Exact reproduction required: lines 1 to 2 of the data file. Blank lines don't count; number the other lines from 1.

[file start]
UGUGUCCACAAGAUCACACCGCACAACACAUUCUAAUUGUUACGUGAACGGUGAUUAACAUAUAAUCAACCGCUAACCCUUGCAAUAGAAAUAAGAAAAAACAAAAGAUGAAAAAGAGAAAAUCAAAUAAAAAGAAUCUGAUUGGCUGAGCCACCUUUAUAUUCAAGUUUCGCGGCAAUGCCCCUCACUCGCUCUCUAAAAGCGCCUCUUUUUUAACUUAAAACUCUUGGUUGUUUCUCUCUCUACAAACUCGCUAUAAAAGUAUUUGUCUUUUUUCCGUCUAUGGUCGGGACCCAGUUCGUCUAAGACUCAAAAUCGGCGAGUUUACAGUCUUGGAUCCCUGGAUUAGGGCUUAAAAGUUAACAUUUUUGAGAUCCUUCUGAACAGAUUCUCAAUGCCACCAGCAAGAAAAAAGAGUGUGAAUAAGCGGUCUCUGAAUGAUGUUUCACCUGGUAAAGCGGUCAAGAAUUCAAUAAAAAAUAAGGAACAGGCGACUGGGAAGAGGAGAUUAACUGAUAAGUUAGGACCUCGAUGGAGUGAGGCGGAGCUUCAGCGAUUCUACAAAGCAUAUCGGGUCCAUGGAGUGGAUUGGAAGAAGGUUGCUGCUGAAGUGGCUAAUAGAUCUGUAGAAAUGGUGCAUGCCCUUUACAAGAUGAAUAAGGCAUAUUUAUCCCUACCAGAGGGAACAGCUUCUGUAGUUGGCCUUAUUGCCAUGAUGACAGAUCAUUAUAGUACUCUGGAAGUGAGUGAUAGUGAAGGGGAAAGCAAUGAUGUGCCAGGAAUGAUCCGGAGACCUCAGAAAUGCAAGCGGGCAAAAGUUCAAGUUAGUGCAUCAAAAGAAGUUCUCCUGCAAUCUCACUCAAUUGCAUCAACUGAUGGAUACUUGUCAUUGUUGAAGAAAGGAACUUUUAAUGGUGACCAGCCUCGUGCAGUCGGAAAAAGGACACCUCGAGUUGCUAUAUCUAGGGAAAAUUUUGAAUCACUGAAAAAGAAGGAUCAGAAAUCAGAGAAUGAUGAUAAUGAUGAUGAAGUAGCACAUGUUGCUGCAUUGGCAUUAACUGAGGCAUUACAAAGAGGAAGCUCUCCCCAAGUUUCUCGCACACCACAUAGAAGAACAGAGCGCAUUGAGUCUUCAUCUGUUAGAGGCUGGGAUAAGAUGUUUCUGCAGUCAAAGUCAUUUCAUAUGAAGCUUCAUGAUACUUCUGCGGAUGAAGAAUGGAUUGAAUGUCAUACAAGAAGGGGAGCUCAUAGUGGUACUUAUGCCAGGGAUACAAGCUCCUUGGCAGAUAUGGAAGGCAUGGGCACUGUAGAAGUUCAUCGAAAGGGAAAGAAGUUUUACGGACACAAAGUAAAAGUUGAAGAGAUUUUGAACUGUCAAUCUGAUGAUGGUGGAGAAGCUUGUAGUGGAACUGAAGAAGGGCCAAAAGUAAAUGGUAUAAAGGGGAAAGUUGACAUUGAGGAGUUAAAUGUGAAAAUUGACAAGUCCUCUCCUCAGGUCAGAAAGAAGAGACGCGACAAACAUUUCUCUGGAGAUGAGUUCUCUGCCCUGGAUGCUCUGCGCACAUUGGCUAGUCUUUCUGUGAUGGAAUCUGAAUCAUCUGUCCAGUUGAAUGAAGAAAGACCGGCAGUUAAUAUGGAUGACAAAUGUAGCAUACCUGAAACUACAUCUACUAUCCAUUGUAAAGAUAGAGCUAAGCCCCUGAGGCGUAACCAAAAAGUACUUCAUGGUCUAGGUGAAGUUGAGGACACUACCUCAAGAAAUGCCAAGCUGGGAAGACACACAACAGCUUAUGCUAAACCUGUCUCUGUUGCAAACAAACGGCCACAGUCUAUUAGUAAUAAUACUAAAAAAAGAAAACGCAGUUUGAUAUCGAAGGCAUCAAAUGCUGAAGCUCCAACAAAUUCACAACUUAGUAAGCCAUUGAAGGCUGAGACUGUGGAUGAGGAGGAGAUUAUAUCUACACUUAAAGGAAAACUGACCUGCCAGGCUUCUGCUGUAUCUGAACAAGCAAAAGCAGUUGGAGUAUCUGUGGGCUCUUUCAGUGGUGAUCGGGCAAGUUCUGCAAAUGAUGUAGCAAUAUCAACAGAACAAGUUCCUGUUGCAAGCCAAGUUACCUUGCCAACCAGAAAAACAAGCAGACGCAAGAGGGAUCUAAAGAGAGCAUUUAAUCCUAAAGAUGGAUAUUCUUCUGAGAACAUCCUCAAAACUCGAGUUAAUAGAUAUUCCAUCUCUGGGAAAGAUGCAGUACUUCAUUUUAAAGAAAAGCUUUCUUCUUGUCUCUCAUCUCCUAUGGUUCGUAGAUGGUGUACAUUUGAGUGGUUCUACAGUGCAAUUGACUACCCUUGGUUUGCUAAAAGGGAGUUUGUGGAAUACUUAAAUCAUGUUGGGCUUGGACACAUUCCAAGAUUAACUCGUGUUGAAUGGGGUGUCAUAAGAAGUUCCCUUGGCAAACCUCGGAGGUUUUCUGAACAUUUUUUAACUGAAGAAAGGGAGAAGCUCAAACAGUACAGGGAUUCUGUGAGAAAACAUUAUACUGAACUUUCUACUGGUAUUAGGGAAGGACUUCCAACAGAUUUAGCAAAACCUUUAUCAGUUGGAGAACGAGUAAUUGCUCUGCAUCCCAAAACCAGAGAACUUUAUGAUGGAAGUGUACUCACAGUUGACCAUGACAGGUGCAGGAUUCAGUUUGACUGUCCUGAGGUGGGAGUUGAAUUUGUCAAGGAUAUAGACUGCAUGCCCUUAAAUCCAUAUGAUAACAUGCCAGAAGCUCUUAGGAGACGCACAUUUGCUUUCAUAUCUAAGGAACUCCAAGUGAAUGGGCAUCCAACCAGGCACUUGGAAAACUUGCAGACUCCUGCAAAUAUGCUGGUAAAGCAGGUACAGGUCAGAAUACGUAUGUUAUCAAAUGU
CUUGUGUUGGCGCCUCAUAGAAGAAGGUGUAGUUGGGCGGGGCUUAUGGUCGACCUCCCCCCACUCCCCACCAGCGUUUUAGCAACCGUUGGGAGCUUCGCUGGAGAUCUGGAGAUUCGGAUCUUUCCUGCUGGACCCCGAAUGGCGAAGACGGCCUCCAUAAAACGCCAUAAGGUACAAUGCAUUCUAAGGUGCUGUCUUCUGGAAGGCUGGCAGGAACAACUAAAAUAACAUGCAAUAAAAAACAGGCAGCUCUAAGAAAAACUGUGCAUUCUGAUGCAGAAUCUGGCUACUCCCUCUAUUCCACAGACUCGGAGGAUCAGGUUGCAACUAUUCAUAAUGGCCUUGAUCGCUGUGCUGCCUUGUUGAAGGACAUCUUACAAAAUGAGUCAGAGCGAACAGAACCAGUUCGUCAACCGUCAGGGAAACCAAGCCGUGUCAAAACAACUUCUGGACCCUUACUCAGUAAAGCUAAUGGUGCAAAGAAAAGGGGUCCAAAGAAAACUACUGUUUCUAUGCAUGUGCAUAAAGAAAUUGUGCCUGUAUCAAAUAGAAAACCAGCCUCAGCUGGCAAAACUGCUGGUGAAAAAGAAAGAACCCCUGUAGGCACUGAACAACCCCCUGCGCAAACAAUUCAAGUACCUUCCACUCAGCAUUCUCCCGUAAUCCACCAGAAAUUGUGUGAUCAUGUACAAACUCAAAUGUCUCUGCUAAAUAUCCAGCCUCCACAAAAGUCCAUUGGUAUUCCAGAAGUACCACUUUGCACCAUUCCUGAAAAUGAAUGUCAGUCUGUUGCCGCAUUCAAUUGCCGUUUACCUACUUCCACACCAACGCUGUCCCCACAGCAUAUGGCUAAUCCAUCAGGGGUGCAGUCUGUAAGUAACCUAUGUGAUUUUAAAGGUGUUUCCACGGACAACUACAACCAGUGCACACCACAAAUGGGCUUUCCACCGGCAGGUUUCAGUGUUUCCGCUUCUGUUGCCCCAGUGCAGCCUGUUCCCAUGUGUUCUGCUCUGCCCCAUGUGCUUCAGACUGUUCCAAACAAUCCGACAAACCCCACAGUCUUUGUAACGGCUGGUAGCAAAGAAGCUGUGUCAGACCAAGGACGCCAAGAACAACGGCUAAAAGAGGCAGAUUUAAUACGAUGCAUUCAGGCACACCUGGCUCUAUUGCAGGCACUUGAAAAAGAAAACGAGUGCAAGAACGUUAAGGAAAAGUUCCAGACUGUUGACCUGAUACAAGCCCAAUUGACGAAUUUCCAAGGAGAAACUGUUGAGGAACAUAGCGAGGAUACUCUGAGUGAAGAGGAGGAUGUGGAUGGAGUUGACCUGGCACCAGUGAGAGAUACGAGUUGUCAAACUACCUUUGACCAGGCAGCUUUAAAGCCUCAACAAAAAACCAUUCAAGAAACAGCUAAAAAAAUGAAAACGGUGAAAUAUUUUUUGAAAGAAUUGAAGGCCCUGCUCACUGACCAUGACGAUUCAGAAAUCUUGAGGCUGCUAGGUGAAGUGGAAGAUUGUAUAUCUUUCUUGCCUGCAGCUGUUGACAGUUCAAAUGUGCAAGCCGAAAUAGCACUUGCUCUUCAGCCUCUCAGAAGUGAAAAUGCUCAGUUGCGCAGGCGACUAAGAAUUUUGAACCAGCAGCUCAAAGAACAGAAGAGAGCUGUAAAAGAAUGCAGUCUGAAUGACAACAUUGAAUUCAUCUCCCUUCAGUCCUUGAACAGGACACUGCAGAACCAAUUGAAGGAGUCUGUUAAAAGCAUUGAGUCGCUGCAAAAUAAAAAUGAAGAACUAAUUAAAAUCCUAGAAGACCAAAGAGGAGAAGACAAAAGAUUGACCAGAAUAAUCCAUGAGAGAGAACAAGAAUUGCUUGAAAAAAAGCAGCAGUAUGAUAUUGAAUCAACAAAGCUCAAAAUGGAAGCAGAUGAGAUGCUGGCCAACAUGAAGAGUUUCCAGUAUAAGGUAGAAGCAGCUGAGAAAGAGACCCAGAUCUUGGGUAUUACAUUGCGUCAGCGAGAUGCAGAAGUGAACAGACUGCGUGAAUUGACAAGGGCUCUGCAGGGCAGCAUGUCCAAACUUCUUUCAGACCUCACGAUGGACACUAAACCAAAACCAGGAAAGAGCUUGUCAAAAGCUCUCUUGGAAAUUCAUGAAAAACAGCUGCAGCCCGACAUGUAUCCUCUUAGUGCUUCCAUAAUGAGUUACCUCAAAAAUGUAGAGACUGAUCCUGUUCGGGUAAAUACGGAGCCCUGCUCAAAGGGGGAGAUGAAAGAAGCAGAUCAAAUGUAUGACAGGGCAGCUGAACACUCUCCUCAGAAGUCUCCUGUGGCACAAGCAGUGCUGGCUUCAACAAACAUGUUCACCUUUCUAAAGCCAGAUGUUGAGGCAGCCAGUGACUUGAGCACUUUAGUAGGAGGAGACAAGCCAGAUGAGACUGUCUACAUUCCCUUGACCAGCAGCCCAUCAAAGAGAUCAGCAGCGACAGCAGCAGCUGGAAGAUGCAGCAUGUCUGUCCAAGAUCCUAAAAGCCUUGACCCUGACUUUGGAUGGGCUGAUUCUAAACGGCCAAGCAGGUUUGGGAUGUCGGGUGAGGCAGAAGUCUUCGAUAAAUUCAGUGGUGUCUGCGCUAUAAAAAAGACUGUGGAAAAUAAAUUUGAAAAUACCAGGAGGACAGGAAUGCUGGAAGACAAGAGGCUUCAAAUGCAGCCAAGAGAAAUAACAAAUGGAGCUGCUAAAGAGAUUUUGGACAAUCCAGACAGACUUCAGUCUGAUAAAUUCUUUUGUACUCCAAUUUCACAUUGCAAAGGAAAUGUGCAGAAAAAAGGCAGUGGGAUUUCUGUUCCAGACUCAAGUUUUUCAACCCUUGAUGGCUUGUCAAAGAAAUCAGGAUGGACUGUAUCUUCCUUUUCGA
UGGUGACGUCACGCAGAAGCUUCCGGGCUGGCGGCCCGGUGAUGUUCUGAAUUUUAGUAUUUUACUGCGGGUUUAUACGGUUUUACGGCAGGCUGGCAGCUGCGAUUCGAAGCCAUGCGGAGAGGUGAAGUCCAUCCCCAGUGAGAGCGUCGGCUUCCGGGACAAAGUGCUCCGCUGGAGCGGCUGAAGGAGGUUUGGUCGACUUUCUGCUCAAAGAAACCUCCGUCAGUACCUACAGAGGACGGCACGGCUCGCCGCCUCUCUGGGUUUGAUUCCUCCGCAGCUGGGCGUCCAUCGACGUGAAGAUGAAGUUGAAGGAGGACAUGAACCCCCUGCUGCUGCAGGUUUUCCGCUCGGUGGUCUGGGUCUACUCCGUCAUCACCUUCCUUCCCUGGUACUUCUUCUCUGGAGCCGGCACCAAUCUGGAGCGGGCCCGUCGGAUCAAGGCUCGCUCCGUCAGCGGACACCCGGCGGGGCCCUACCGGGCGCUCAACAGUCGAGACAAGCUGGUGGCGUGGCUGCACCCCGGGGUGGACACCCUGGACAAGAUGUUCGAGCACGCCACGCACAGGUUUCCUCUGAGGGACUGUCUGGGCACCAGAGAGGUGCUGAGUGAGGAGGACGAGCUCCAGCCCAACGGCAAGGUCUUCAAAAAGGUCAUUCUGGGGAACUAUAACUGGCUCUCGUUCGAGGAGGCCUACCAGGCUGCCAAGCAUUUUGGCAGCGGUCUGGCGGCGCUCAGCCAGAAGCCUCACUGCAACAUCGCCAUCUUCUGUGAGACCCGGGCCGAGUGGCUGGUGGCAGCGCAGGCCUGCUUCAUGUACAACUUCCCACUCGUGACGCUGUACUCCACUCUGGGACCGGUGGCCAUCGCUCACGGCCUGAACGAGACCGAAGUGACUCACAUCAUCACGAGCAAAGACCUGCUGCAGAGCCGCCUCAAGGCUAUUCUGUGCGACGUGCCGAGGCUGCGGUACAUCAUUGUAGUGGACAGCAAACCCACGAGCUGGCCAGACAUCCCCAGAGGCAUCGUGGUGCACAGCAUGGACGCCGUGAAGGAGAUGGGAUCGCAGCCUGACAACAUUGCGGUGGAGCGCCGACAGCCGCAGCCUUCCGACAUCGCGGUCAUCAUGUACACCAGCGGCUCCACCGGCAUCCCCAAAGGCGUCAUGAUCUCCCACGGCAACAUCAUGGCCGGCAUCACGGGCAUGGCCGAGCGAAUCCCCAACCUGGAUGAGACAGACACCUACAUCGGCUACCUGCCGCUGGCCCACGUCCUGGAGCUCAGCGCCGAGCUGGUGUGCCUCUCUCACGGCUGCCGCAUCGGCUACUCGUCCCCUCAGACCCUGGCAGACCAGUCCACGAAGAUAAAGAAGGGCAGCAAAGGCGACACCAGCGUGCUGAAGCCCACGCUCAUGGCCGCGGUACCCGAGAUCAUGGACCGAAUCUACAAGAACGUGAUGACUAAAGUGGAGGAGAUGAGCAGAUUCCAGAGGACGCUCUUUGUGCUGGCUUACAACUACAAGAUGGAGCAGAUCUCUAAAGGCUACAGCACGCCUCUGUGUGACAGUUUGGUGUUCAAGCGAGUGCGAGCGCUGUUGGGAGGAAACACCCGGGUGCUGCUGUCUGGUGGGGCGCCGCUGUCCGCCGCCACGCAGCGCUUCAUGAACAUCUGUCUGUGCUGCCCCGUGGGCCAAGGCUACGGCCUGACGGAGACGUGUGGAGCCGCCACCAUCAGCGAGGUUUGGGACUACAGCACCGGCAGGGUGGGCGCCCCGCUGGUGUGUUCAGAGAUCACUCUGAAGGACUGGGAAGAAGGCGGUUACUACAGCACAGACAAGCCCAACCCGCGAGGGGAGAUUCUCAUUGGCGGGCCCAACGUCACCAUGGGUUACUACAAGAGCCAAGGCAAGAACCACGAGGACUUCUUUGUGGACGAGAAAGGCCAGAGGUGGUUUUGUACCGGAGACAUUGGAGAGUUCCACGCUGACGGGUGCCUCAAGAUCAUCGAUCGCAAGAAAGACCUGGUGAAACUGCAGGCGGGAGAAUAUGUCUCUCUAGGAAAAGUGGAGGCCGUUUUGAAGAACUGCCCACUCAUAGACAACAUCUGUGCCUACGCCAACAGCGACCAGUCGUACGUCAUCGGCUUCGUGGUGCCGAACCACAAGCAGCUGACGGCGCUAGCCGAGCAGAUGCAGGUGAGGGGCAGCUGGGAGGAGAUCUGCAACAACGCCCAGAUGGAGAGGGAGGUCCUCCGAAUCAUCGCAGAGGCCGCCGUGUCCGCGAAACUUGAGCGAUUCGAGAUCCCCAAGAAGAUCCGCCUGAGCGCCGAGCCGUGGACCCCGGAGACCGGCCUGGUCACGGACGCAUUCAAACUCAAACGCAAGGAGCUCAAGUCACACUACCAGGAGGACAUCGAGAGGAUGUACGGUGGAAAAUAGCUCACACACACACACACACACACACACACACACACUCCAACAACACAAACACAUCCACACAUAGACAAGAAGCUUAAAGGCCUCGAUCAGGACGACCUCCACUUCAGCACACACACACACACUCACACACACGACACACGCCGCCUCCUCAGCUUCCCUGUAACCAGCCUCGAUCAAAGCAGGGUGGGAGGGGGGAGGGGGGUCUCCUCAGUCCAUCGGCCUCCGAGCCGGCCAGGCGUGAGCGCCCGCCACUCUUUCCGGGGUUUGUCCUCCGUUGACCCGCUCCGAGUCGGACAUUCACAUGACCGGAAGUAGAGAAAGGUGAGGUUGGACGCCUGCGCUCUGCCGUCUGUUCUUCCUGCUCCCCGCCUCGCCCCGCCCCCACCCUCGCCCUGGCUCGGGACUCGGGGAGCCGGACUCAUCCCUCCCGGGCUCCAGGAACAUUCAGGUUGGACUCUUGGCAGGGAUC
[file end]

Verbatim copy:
UGUGUCCACAAGAUCACACCGCACAACACAUUCUAAUUGUUACGUGAACGGUGAUUAACAUAUAAUCAACCGCUAACCCUUGCAAUAGAAAUAAGAAAAAACAAAAGAUGAAAAAGAGAAAAUCAAAUAAAAAGAAUCUGAUUGGCUGAGCCACCUUUAUAUUCAAGUUUCGCGGCAAUGCCCCUCACUCGCUCUCUAAAAGCGCCUCUUUUUUAACUUAAAACUCUUGGUUGUUUCUCUCUCUACAAACUCGCUAUAAAAGUAUUUGUCUUUUUUCCGUCUAUGGUCGGGACCCAGUUCGUCUAAGACUCAAAAUCGGCGAGUUUACAGUCUUGGAUCCCUGGAUUAGGGCUUAAAAGUUAACAUUUUUGAGAUCCUUCUGAACAGAUUCUCAAUGCCACCAGCAAGAAAAAAGAGUGUGAAUAAGCGGUCUCUGAAUGAUGUUUCACCUGGUAAAGCGGUCAAGAAUUCAAUAAAAAAUAAGGAACAGGCGACUGGGAAGAGGAGAUUAACUGAUAAGUUAGGACCUCGAUGGAGUGAGGCGGAGCUUCAGCGAUUCUACAAAGCAUAUCGGGUCCAUGGAGUGGAUUGGAAGAAGGUUGCUGCUGAAGUGGCUAAUAGAUCUGUAGAAAUGGUGCAUGCCCUUUACAAGAUGAAUAAGGCAUAUUUAUCCCUACCAGAGGGAACAGCUUCUGUAGUUGGCCUUAUUGCCAUGAUGACAGAUCAUUAUAGUACUCUGGAAGUGAGUGAUAGUGAAGGGGAAAGCAAUGAUGUGCCAGGAAUGAUCCGGAGACCUCAGAAAUGCAAGCGGGCAAAAGUUCAAGUUAGUGCAUCAAAAGAAGUUCUCCUGCAAUCUCACUCAAUUGCAUCAACUGAUGGAUACUUGUCAUUGUUGAAGAAAGGAACUUUUAAUGGUGACCAGCCUCGUGCAGUCGGAAAAAGGACACCUCGAGUUGCUAUAUCUAGGGAAAAUUUUGAAUCACUGAAAAAGAAGGAUCAGAAAUCAGAGAAUGAUGAUAAUGAUGAUGAAGUAGCACAUGUUGCUGCAUUGGCAUUAACUGAGGCAUUACAAAGAGGAAGCUCUCCCCAAGUUUCUCGCACACCACAUAGAAGAACAGAGCGCAUUGAGUCUUCAUCUGUUAGAGGCUGGGAUAAGAUGUUUCUGCAGUCAAAGUCAUUUCAUAUGAAGCUUCAUGAUACUUCUGCGGAUGAAGAAUGGAUUGAAUGUCAUACAAGAAGGGGAGCUCAUAGUGGUACUUAUGCCAGGGAUACAAGCUCCUUGGCAGAUAUGGAAGGCAUGGGCACUGUAGAAGUUCAUCGAAAGGGAAAGAAGUUUUACGGACACAAAGUAAAAGUUGAAGAGAUUUUGAACUGUCAAUCUGAUGAUGGUGGAGAAGCUUGUAGUGGAACUGAAGAAGGGCCAAAAGUAAAUGGUAUAAAGGGGAAAGUUGACAUUGAGGAGUUAAAUGUGAAAAUUGACAAGUCCUCUCCUCAGGUCAGAAAGAAGAGACGCGACAAACAUUUCUCUGGAGAUGAGUUCUCUGCCCUGGAUGCUCUGCGCACAUUGGCUAGUCUUUCUGUGAUGGAAUCUGAAUCAUCUGUCCAGUUGAAUGAAGAAAGACCGGCAGUUAAUAUGGAUGACAAAUGUAGCAUACCUGAAACUACAUCUACUAUCCAUUGUAAAGAUAGAGCUAAGCCCCUGAGGCGUAACCAAAAAGUACUUCAUGGUCUAGGUGAAGUUGAGGACACUACCUCAAGAAAUGCCAAGCUGGGAAGACACACAACAGCUUAUGCUAAACCUGUCUCUGUUGCAAACAAACGGCCACAGUCUAUUAGUAAUAAUACUAAAAAAAGAAAACGCAGUUUGAUAUCGAAGGCAUCAAAUGCUGAAGCUCCAACAAAUUCACAACUUAGUAAGCCAUUGAAGGCUGAGACUGUGGAUGAGGAGGAGAUUAUAUCUACACUUAAAGGAAAACUGACCUGCCAGGCUUCUGCUGUAUCUGAACAAGCAAAAGCAGUUGGAGUAUCUGUGGGCUCUUUCAGUGGUGAUCGGGCAAGUUCUGCAAAUGAUGUAGCAAUAUCAACAGAACAAGUUCCUGUUGCAAGCCAAGUUACCUUGCCAACCAGAAAAACAAGCAGACGCAAGAGGGAUCUAAAGAGAGCAUUUAAUCCUAAAGAUGGAUAUUCUUCUGAGAACAUCCUCAAAACUCGAGUUAAUAGAUAUUCCAUCUCUGGGAAAGAUGCAGUACUUCAUUUUAAAGAAAAGCUUUCUUCUUGUCUCUCAUCUCCUAUGGUUCGUAGAUGGUGUACAUUUGAGUGGUUCUACAGUGCAAUUGACUACCCUUGGUUUGCUAAAAGGGAGUUUGUGGAAUACUUAAAUCAUGUUGGGCUUGGACACAUUCCAAGAUUAACUCGUGUUGAAUGGGGUGUCAUAAGAAGUUCCCUUGGCAAACCUCGGAGGUUUUCUGAACAUUUUUUAACUGAAGAAAGGGAGAAGCUCAAACAGUACAGGGAUUCUGUGAGAAAACAUUAUACUGAACUUUCUACUGGUAUUAGGGAAGGACUUCCAACAGAUUUAGCAAAACCUUUAUCAGUUGGAGAACGAGUAAUUGCUCUGCAUCCCAAAACCAGAGAACUUUAUGAUGGAAGUGUACUCACAGUUGACCAUGACAGGUGCAGGAUUCAGUUUGACUGUCCUGAGGUGGGAGUUGAAUUUGUCAAGGAUAUAGACUGCAUGCCCUUAAAUCCAUAUGAUAACAUGCCAGAAGCUCUUAGGAGACGCACAUUUGCUUUCAUAUCUAAGGAACUCCAAGUGAAUGGGCAUCCAACCAGGCACUUGGAAAACUUGCAGACUCCUGCAAAUAUGCUGGUAAAGCAGGUACAGGUCAGAAUACGUAUGUUAUCAAAUGU
CUUGUGUUGGCGCCUCAUAGAAGAAGGUGUAGUUGGGCGGGGCUUAUGGUCGACCUCCCCCCACUCCCCACCAGCGUUUUAGCAACCGUUGGGAGCUUCGCUGGAGAUCUGGAGAUUCGGAUCUUUCCUGCUGGACCCCGAAUGGCGAAGACGGCCUCCAUAAAACGCCAUAAGGUACAAUGCAUUCUAAGGUGCUGUCUUCUGGAAGGCUGGCAGGAACAACUAAAAUAACAUGCAAUAAAAAACAGGCAGCUCUAAGAAAAACUGUGCAUUCUGAUGCAGAAUCUGGCUACUCCCUCUAUUCCACAGACUCGGAGGAUCAGGUUGCAACUAUUCAUAAUGGCCUUGAUCGCUGUGCUGCCUUGUUGAAGGACAUCUUACAAAAUGAGUCAGAGCGAACAGAACCAGUUCGUCAACCGUCAGGGAAACCAAGCCGUGUCAAAACAACUUCUGGACCCUUACUCAGUAAAGCUAAUGGUGCAAAGAAAAGGGGUCCAAAGAAAACUACUGUUUCUAUGCAUGUGCAUAAAGAAAUUGUGCCUGUAUCAAAUAGAAAACCAGCCUCAGCUGGCAAAACUGCUGGUGAAAAAGAAAGAACCCCUGUAGGCACUGAACAACCCCCUGCGCAAACAAUUCAAGUACCUUCCACUCAGCAUUCUCCCGUAAUCCACCAGAAAUUGUGUGAUCAUGUACAAACUCAAAUGUCUCUGCUAAAUAUCCAGCCUCCACAAAAGUCCAUUGGUAUUCCAGAAGUACCACUUUGCACCAUUCCUGAAAAUGAAUGUCAGUCUGUUGCCGCAUUCAAUUGCCGUUUACCUACUUCCACACCAACGCUGUCCCCACAGCAUAUGGCUAAUCCAUCAGGGGUGCAGUCUGUAAGUAACCUAUGUGAUUUUAAAGGUGUUUCCACGGACAACUACAACCAGUGCACACCACAAAUGGGCUUUCCACCGGCAGGUUUCAGUGUUUCCGCUUCUGUUGCCCCAGUGCAGCCUGUUCCCAUGUGUUCUGCUCUGCCCCAUGUGCUUCAGACUGUUCCAAACAAUCCGACAAACCCCACAGUCUUUGUAACGGCUGGUAGCAAAGAAGCUGUGUCAGACCAAGGACGCCAAGAACAACGGCUAAAAGAGGCAGAUUUAAUACGAUGCAUUCAGGCACACCUGGCUCUAUUGCAGGCACUUGAAAAAGAAAACGAGUGCAAGAACGUUAAGGAAAAGUUCCAGACUGUUGACCUGAUACAAGCCCAAUUGACGAAUUUCCAAGGAGAAACUGUUGAGGAACAUAGCGAGGAUACUCUGAGUGAAGAGGAGGAUGUGGAUGGAGUUGACCUGGCACCAGUGAGAGAUACGAGUUGUCAAACUACCUUUGACCAGGCAGCUUUAAAGCCUCAACAAAAAACCAUUCAAGAAACAGCUAAAAAAAUGAAAACGGUGAAAUAUUUUUUGAAAGAAUUGAAGGCCCUGCUCACUGACCAUGACGAUUCAGAAAUCUUGAGGCUGCUAGGUGAAGUGGAAGAUUGUAUAUCUUUCUUGCCUGCAGCUGUUGACAGUUCAAAUGUGCAAGCCGAAAUAGCACUUGCUCUUCAGCCUCUCAGAAGUGAAAAUGCUCAGUUGCGCAGGCGACUAAGAAUUUUGAACCAGCAGCUCAAAGAACAGAAGAGAGCUGUAAAAGAAUGCAGUCUGAAUGACAACAUUGAAUUCAUCUCCCUUCAGUCCUUGAACAGGACACUGCAGAACCAAUUGAAGGAGUCUGUUAAAAGCAUUGAGUCGCUGCAAAAUAAAAAUGAAGAACUAAUUAAAAUCCUAGAAGACCAAAGAGGAGAAGACAAAAGAUUGACCAGAAUAAUCCAUGAGAGAGAACAAGAAUUGCUUGAAAAAAAGCAGCAGUAUGAUAUUGAAUCAACAAAGCUCAAAAUGGAAGCAGAUGAGAUGCUGGCCAACAUGAAGAGUUUCCAGUAUAAGGUAGAAGCAGCUGAGAAAGAGACCCAGAUCUUGGGUAUUACAUUGCGUCAGCGAGAUGCAGAAGUGAACAGACUGCGUGAAUUGACAAGGGCUCUGCAGGGCAGCAUGUCCAAACUUCUUUCAGACCUCACGAUGGACACUAAACCAAAACCAGGAAAGAGCUUGUCAAAAGCUCUCUUGGAAAUUCAUGAAAAACAGCUGCAGCCCGACAUGUAUCCUCUUAGUGCUUCCAUAAUGAGUUACCUCAAAAAUGUAGAGACUGAUCCUGUUCGGGUAAAUACGGAGCCCUGCUCAAAGGGGGAGAUGAAAGAAGCAGAUCAAAUGUAUGACAGGGCAGCUGAACACUCUCCUCAGAAGUCUCCUGUGGCACAAGCAGUGCUGGCUUCAACAAACAUGUUCACCUUUCUAAAGCCAGAUGUUGAGGCAGCCAGUGACUUGAGCACUUUAGUAGGAGGAGACAAGCCAGAUGAGACUGUCUACAUUCCCUUGACCAGCAGCCCAUCAAAGAGAUCAGCAGCGACAGCAGCAGCUGGAAGAUGCAGCAUGUCUGUCCAAGAUCCUAAAAGCCUUGACCCUGACUUUGGAUGGGCUGAUUCUAAACGGCCAAGCAGGUUUGGGAUGUCGGGUGAGGCAGAAGUCUUCGAUAAAUUCAGUGGUGUCUGCGCUAUAAAAAAGACUGUGGAAAAUAAAUUUGAAAAUACCAGGAGGACAGGAAUGCUGGAAGACAAGAGGCUUCAAAUGCAGCCAAGAGAAAUAACAAAUGGAGCUGCUAAAGAGAUUUUGGACAAUCCAGACAGACUUCAGUCUGAUAAAUUCUUUUGUACUCCAAUUUCACAUUGCAAAGGAAAUGUGCAGAAAAAAGGCAGUGGGAUUUCUGUUCCAGACUCAAGUUUUUCAACCCUUGAUGGCUUGUCAAAGAAAUCAGGAUGGACUGUAUCUUCCUUUUCGA